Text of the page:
THE TALE OF THE QUEST TRAIL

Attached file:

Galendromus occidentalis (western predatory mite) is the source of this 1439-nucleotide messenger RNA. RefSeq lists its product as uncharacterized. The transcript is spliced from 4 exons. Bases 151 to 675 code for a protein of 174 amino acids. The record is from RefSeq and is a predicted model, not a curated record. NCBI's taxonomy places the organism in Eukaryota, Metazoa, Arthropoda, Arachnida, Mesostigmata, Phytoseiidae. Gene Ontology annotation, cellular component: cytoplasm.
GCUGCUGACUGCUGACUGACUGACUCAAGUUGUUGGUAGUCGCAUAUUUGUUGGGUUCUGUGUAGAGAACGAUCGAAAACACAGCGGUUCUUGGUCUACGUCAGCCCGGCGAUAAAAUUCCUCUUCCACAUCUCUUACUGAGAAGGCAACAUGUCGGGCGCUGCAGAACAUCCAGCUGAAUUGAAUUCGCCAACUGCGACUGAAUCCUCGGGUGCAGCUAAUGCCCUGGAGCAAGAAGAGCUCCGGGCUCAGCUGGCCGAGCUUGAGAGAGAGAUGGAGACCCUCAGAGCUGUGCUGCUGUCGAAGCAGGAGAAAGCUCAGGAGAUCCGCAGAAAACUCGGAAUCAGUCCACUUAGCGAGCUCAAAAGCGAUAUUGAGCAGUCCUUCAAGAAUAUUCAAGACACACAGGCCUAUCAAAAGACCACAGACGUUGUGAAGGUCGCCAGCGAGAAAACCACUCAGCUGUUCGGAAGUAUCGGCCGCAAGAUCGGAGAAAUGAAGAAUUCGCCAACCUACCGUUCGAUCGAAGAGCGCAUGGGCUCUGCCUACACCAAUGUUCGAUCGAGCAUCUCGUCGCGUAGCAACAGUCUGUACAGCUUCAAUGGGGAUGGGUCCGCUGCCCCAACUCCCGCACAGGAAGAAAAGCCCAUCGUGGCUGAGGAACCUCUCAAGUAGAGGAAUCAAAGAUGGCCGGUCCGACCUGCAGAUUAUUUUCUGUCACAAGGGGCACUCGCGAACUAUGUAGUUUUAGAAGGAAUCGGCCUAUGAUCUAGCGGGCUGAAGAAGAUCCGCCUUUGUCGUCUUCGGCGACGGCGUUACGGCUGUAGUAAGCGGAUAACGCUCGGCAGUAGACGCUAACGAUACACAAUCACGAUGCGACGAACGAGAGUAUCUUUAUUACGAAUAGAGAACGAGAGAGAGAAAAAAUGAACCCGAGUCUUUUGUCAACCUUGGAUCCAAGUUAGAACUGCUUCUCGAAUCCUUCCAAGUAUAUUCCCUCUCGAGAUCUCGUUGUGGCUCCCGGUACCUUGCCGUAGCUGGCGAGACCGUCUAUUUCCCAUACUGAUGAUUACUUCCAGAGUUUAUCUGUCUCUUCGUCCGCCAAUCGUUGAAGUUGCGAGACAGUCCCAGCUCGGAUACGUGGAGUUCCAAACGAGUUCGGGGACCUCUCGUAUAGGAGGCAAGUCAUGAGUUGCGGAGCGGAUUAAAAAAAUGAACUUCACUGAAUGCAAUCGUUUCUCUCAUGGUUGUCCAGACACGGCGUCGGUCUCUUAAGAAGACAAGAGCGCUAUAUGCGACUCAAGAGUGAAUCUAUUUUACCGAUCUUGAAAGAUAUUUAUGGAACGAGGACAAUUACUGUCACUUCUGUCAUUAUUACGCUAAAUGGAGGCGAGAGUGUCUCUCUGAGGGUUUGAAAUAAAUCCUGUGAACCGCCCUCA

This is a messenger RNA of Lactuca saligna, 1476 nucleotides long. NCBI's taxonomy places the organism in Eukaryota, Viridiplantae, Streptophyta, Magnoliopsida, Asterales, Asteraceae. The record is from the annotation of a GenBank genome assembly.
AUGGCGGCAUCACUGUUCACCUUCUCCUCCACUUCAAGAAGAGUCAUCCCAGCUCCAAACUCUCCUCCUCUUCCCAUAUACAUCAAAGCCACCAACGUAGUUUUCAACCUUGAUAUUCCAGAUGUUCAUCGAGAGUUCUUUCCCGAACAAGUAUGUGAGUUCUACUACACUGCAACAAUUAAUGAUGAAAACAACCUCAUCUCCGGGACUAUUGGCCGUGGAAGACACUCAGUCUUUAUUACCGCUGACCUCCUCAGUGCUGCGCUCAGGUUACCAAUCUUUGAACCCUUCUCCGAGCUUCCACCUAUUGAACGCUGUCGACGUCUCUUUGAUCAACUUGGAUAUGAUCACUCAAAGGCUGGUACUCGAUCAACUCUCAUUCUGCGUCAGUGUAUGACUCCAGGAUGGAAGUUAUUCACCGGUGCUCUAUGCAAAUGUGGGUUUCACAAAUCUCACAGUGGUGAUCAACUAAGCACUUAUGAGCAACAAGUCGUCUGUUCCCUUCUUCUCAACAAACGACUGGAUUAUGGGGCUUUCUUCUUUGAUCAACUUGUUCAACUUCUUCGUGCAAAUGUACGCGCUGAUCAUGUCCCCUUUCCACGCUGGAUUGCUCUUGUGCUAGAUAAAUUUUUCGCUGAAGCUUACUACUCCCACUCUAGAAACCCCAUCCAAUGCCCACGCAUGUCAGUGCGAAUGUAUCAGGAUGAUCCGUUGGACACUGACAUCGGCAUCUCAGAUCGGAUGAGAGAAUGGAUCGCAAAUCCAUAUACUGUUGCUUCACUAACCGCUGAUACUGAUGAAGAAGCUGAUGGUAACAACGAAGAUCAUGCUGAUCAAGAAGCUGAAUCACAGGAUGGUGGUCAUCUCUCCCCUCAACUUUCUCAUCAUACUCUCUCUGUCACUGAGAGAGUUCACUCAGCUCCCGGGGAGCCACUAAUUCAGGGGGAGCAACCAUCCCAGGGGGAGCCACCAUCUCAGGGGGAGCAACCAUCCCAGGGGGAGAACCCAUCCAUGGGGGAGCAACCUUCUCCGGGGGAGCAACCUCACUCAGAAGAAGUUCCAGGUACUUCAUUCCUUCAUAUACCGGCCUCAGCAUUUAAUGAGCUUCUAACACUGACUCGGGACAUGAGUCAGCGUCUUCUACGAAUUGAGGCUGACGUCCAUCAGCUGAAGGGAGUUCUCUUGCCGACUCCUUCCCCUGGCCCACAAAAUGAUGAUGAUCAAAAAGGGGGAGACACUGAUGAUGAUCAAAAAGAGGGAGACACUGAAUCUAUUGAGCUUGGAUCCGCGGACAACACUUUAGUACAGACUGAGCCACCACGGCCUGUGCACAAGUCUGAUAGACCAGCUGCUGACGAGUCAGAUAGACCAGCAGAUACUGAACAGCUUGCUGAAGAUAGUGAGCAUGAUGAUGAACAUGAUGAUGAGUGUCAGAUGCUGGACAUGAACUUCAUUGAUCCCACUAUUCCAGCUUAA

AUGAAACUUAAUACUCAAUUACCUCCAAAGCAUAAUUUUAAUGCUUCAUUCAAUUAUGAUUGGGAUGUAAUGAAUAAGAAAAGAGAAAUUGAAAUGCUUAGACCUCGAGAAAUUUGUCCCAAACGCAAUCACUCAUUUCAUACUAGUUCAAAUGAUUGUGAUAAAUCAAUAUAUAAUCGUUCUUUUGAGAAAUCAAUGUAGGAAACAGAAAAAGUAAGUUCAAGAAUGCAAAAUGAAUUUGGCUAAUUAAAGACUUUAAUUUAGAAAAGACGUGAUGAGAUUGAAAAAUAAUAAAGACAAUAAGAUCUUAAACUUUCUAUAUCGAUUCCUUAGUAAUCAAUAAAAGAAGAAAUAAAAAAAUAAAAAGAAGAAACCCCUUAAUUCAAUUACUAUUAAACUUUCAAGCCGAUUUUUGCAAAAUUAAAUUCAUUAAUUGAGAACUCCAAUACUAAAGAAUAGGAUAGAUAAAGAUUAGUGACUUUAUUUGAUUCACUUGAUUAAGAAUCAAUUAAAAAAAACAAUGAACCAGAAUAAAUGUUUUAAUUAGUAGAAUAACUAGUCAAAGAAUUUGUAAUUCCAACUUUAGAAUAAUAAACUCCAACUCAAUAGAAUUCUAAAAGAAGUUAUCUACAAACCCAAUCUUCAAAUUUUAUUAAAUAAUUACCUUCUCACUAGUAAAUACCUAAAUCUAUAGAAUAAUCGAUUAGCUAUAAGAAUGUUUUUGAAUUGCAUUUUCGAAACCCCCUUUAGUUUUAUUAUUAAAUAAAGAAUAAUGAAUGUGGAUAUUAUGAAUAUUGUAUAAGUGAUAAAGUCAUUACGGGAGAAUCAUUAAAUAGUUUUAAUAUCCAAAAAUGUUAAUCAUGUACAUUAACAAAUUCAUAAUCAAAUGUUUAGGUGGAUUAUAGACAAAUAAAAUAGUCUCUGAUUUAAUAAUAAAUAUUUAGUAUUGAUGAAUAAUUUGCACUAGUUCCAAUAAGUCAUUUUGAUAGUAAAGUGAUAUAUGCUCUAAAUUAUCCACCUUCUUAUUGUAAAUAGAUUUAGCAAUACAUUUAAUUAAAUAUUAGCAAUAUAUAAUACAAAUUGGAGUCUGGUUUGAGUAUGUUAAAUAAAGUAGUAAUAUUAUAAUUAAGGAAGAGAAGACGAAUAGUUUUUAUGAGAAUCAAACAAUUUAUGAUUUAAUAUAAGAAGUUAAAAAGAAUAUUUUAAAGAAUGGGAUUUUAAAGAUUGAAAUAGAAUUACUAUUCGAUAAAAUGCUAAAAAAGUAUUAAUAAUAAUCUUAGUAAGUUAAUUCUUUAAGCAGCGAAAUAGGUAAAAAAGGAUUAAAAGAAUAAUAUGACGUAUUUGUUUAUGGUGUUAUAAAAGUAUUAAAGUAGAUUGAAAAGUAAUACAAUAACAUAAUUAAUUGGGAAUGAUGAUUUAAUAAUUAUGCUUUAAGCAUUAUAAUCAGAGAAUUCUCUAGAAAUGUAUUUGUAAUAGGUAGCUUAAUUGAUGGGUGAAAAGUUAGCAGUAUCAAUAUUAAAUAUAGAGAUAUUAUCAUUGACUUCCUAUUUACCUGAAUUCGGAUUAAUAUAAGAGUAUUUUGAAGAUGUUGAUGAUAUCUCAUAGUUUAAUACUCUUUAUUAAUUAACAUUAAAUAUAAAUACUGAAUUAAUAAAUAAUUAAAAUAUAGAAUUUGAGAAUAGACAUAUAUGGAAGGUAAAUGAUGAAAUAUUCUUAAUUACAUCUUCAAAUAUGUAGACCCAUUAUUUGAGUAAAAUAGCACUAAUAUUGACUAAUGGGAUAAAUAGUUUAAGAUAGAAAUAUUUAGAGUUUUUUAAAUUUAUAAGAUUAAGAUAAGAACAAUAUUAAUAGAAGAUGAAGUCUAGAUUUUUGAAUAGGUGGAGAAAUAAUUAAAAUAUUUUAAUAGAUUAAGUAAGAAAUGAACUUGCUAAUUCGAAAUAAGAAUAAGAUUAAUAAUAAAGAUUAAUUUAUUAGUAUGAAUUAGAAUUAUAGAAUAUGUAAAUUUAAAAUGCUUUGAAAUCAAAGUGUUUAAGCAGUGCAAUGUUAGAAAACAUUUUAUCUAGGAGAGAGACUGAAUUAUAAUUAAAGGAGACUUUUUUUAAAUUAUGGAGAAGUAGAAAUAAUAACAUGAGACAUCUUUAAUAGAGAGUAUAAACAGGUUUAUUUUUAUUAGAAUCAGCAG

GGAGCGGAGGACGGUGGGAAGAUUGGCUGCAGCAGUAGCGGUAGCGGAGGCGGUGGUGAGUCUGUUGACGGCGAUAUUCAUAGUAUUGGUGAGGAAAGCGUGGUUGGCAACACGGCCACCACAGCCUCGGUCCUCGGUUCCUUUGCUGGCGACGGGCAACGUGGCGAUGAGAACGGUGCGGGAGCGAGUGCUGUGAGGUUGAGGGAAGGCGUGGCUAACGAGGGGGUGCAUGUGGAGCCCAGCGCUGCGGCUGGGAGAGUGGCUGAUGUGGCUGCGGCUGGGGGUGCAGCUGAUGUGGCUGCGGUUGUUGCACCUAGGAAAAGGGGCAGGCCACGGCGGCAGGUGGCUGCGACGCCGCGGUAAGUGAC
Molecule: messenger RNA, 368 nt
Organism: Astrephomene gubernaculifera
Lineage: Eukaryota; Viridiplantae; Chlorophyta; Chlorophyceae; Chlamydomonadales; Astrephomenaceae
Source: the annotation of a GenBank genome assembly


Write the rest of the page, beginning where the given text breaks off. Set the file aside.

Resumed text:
The Yukon Quest drives me nuts. A great race, wonderful format, pretty easy country, and no damn trail!These thoughts all came to a head in April of 2008; so instead of just whining about it, as is my usual dogmusher mentality, I decided to try to do something. I attended a Quest Board meeting and offered to put a trail in for the 2009 race. It really seemed pretty easy. The Canadian Rangers do their side of the race—leaving only about 550 miles of trail to do on the Alaskan side of the world. I have extensive trail experience: establishing trails for the Gin Gin 200, Taiga 300, the Copper Basin 300, and several others, plus well over 100,000 miles of snowmobile experience—550 miles would be cake. The Quest Board was interested, and in August they agreed to “hire” me to establish a viable trail on the Alaskan portion. I use the word ”hire” quite loosely, as I figured my compensation at a little less than a nickel per hour. Then again that’s about two times as much as I make running dogs. I immediately went to work figuring logistics. I needed a trail change. Getting rid of the non-productive loop through North Pole and coming straight through Two-Rivers should make the race more spectator friendly in the area near Fairbanks. Also, attempting to implement this change would be a good test of how much leeway the Quest was willing to give me in working with the trail. I soon found that the organization was not only committed to a great trail, they were excited about the prospect and were going to insure that it happened. Trails through backcountry Alaska are always easier on paper than in fact. I anxiously awaited freeze-up on the Yukon River, knowing the River was likely to be the trouble spot. Preliminary reports were good. The Yukon froze early and the first snows were substantial. Everything was going our way. Then the Yukon broke open in spots, pushing slush and chunk ice along in fifty mile sections. The winds came blowing clean Eagle, Rosebud and Boulder Summits. The reports came in, “Can’t get across Rosebud, it’s all rocks,” from a group riding out of Fairbanks. From Eagle came the news: “The worst freeze-up anyone can remember! The Yukon is impassable!” My contacts in Circle City told me, “I think it can be done for a ways up river, but maybe not until it overflows…” Overflow, just what I needed. If you ride a snowmobile, that’s the last thing you want into! The folks in Eagle, Alaska have been putting in trails along the Yukon for decades. They know what they are about. If they tell me “impassable,” then I believe them. I began searching for alternative routes. I looked at maps, talked with pilots, talked with everyone I could find concerning trails or routes paralleling the Yukon River. Soon I had more hearsay information than I knew what to do with—and as it finally turned out, I did nothing with it. In late December, word came from Andy Bassich, the premier trail guru below Eagle, that David Jonas had come up through the “impassable” ice all of the way from Glen Creek, some sixty-five miles below Eagle with a four-dog team. If he could make it, so could we.Mike Reitz, Bruno Baureis and myself planned to leave Circle City enroute to Eagle on January 16th. We gave ourselves a week to make Eagle and return all of the way back to Fairbanks. The January cold snap that brought fifty below temperatures to the Yukon abated a couple of days before our scheduled departure. The temperature was a balmy +25 when we arrived in Circle late the night of the 15th. Greg Shaffer, the owner of Frontier Opportunities, drove us out of Fairbanks to the drop-off point. Greg was providing the machines that Bruno and I would be riding for our trip. Greg is one of the Quests biggest supporters, not only furnishing snowmobiles, but also working portions of the trail himself, and helping with checkpoint logistics.Daylight found us on our way up the Yukon. Brian Asplund, a trapper from Circle, rode with us for the first twenty-five miles. He knows the River crossings. The Yukon River has been traveled extensively by dogteams since the gold rush days. Travel is done along the sides and back sloughs of the River in an attempt to stay on the smoothest ice. River crossings have been in essentially the same locations for most of that time—spots where the Yukon is normally less jumbled. We crossed for the first time near six mile, not too bad. Using pulaskis, (a tool with an axe head on one side, an adze on the other), we chopped the worst of the ice chunks and filled in cracks to smooth the passing. Brian’s machine spit a left front suspension shock in the beaver sloughs twenty-some miles above Circle. He turned to limp his machine back home. Mike, Bruno and I pressed on. It was nearly dark when we reached a shelter cabin forty-five miles from Circle. Bruno and Mike stopped to get the fire going while I poked another half-dozen miles further along to the crossing at Tacoma Bluff. “It looks rough,” I told my companions back at the cabin. The temperature was 45 degrees.The next morning we moved out in the dark upriver to a huge drift pile to cut a supply of firewood to leave at the Smith shelter cabin. The gray morning was warm—warm enough to ride in polar fleece. We chopped our way through the jumble at Tacoma Bluff and on to the Park Service Headquarters at Slavens’ cabin. The day’s travel brought good sections of ice and bad. Mike, who had traveled the this section of the Yukon many times, was our guide as we fumbled our way along brush-choked back sloughs and over long icy sections to the Glen Creek cabin, sixty-five miles below Eagle. The tiny shelter was a welcome sight in our headlights of our snowmobiles, perched at the head of a bluff, overlooking another ice-piled crossing. Day three found us in some the worst ice conditions we were to see on this trip. The jumble near the Nation River was unbelievable. It took a couple hours to cross from the Nation side of the Yukon to 4th of July Creek. We met Andy Bassich and David Jonas just below the Nation, puttering along on their Skidoo Tundras. They had been chopping ice for several days and told us that although it was “not too good,” that travel toward Eagle was “doable.” The overland trails down from Eagle were in place and useable for the first twenty-five miles. We reached Trout Creek late in the day, finding Mike Sager, the owner, there with a broken knee sustained in the jumble ice just upriver. The night was spent at Andy and Kate’s place near Eagle. Mike and Bruno stayed while I ran the thirty mile round trip to pick up fuel, returning by midnight. Light rain began to fall, melting the already scant snow.The trail from Eagle to the Border was established and staked. Wayne Hall, John Borg and others had been over American Summit and Earl ran the 40-Mile River from Clinton Creek. We began our return leg. Sections of trail with minimal snow had none by morning. We spent much of the day with our cargo sleds passing us on ice too slick to stand on, falling through shelf ice, and avoiding open sections of River. Thirty-eight miles was the best we could do in a long day on the machines. Nightfall left me with serious doubts that a dogteam could travel safely though these conditions unless we received snow.No sooner said than done! I went outside at 5:00 a.m. and found the rain had turned to snow with four inches of fresh white powder and dropping temperatures. The snow depth increased as we traveled on toward Circle City. Some portions of our trail had received as much as eight inches. Luck was on our side.Our luck continued on the return to Fairbanks. Eagle Summit was almost calm with great snow—at least for there, and the trail down to the Mile 101 dog-drop was almost perfect. Eric Cosmutto and his crew of trail volunteers had spent several weekends cutting and grooming from Eagle Summit to Rosebud, so it was essentially just a great ride for us. On our return to the big City, Greg retrieved us from the Nordale Road crossing on the Chena River and we surveyed our machines for damage. Mike had sustained some minor undercarriage damage to his Skidoo, while Greg’s Cats needed mostly cosmetic repairs. The Alaskan Quest trail was established. Never before did the Yukon Quest have a trail in January! The 2009 Yukon Quest began on February 14th. Bruno Baureis and I climbed back on the Cats a day sooner out of Fairbanks and headed to Dawson City, Yukon. Eric Cosmutto, Mark Backes, and Mark’s friend Myna left Whitehorse just ahead of the dog teams, en-route to Fairbanks. We would connect in Dawson. Bruno and I had a late start out of Fairbanks. There was cutting to do on the trail and some of the stakes were down due to snowmobile traffic. It was 2:00 a.m. when we reached the little cabin at Milepost 101. The following day, Eagle Summit, Central, and Circle City fell quickly behind us. Eric Cosmutto and his crew had groomed the 101 section. The guys from Central had their section of trail immaculate and out of Circle, the Park Service had sent two machines to the Charley River on a sheep survey. This area of the Yukon had received better than a foot of snow in the past couple of weeks and the going was perfect. The trail was fast and well-packed. We spent the night at the Shelter cabin on the Kandik. The wind howled, but our trail along the Yukon River ice shelf remained intact. The next morning found us on five miles of glare ice near the mouth of Washington Creek. We spent hours searching for the best route through this section and cut stakes into the ice in spots where the dogs would not be likely to knock them down. We finally were satisfied and continued past the Glen Creek cabin and on to the Rock Creek Sloughs. When mushers think of a tough section on the Eagle to Circle run, the Rock Creek Sloughs is the area they are thinking of—windblown snow, glassy ice, drift stumps, rocks and sand. No markers. Not this year. The wind had touched the Sloughs from a different angle. There was mostly good snow and we zipped through with no trouble. Upriver from Rock Creek the initial run we had made in January had paid off. We had done our chopping and smoothing. Andy Bassich and the rest of the guys around Eagle had also spent untold hours working hard. The little snow that the area had received worked wonders. What had been impassable glare ice was now a decent trail. It was not easy, far from perfect, but nothing dangerous or particularly difficult. The run from Eagle to Dawson City, Yukon was anti-climatic. The Taylor Highway, American Summit and the 40-Mile was a 50 mph trail, for dogs that could use it that fast… We were in Dawson with a pretty darn good trail behind us and all of the way to the finish line in Fairbanks. Though we didn’t know it on our arrival in Dawson, we were to get even more snow prior to the racers reaching Eagle, which would smooth the trail even more. The Quest teams sang praises of the trail at the Finish banquet—giving me credit for a great trail. Little did they understand that 40 people put that trail in on the Alaska side. Bruno and I had a wonderful fun riding Greg’s machines on the trail. Andy Bassich and David Jonas chopped through the ice near Eagle, on Russ Sperry’s trapline by Circle, on Eric Cosmutto’s groomed trail at 101, and on Sonny Lindner’s well-marked trail near Fairbanks. All we did is connect the dots—the sections of trail that were established and put in by Yukon Quest volunteers, who again pounded a trail through one of the coldest and toughest parts of Interior Alaska—-just as they have done for the past twenty-five years. John Schandelmeier resides in Paxson & Maclaren River, Alaska. A lifelong Alaskan, John has run the Yukon Quest 18 times, and won it twice. He is a commercial fisherman, professional dog musher, husband and father.